SPOP regulates prostate epithelial cell proliferation and promotes ubiquitination and turnover of c-MYC oncoprotein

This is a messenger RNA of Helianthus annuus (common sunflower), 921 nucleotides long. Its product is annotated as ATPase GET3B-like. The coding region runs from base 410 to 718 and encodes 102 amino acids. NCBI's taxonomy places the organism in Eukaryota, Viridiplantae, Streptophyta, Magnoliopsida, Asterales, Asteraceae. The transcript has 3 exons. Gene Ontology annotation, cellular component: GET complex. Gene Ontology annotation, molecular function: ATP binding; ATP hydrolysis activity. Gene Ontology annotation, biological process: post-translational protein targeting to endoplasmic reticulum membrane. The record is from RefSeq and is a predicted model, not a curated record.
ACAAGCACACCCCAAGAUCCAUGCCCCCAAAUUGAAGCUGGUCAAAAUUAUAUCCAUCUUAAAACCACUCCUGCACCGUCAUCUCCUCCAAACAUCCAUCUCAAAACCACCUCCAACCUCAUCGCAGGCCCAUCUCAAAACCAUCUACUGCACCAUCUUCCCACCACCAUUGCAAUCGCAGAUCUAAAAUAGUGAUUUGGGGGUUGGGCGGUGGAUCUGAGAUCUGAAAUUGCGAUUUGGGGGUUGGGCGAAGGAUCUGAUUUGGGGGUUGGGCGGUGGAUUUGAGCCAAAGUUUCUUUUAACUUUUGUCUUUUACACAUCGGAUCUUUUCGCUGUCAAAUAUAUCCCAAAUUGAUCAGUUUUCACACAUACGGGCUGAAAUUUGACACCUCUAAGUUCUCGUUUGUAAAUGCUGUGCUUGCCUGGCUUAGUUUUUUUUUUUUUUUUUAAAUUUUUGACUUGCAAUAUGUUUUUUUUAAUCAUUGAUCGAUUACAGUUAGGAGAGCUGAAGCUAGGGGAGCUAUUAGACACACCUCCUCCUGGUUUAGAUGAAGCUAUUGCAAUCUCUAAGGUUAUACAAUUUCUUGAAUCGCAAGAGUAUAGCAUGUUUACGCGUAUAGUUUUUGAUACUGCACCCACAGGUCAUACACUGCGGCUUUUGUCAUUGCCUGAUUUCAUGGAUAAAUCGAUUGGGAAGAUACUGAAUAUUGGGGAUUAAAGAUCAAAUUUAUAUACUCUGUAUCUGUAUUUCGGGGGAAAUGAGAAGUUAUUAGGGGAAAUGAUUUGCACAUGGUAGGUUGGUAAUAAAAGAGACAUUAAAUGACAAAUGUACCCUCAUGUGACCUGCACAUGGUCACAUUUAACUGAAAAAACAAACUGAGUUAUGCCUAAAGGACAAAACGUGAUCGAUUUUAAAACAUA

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The E3 ubiquitin ligase adaptor speckle-type POZ protein (SPOP) is frequently dysregulated in prostate adenocarcinoma (PC), via either somatic mutations or mRNA downregulation, suggesting an important tumour suppressor function. To examine its physiologic role in the prostate epithelium in vivo, we generated mice with prostate-specific biallelic ablation of Spop. These mice exhibited increased prostate mass, prostate epithelial cell proliferation, and expression of c-MYC protein compared to littermate controls, and eventually developed prostatic intraepithelial neoplasia (PIN). We found that SPOPWT can physically interact with c-MYC protein and, upon exogenous expression in vitro, can promote c-MYC ubiquitination and degradation. This effect was attenuated in PC cells by introducing PC-associated SPOP mutants or upon knockdown of SPOP via short-hairpin-RNA, suggesting that SPOP inactivation directly increases c-MYC protein levels. Gene Set Enrichment Analysis revealed enrichment of Myc-induced genes in transcriptomic signatures associated with SPOPMT. Likewise, we observed strong inverse correlation between c-MYC activity and SPOP mRNA levels in two independent PC patient cohorts. The core SPOPMT;MYCHigh transcriptomic response, defined by the overlap between the SPOPMT and c-MYC transcriptomic programmes, was also associated with inferior clinical outcome in human PCs. Finally, the organoid-forming capacity of Spop-null murine prostate cells was more sensitive to c-MYC inhibition than that of Spop-WT cells, suggesting that c-MYC upregulation functionally contributes to the proliferative phenotype of Spop knockout prostates. Taken together, our data highlight SPOP as an important regulator of luminal epithelial cell proliferation and c-MYC expression in prostate physiology, identify c-MYC as a novel bona fide SPOP substrate, and help explain the frequent inactivation of SPOP in human PC. We propose SPOPMT-induced stabilization of c-MYC protein as a novel mechanism that can increase total c-MYC levels in PC cells, in addition to amplification of c-MYC locus.

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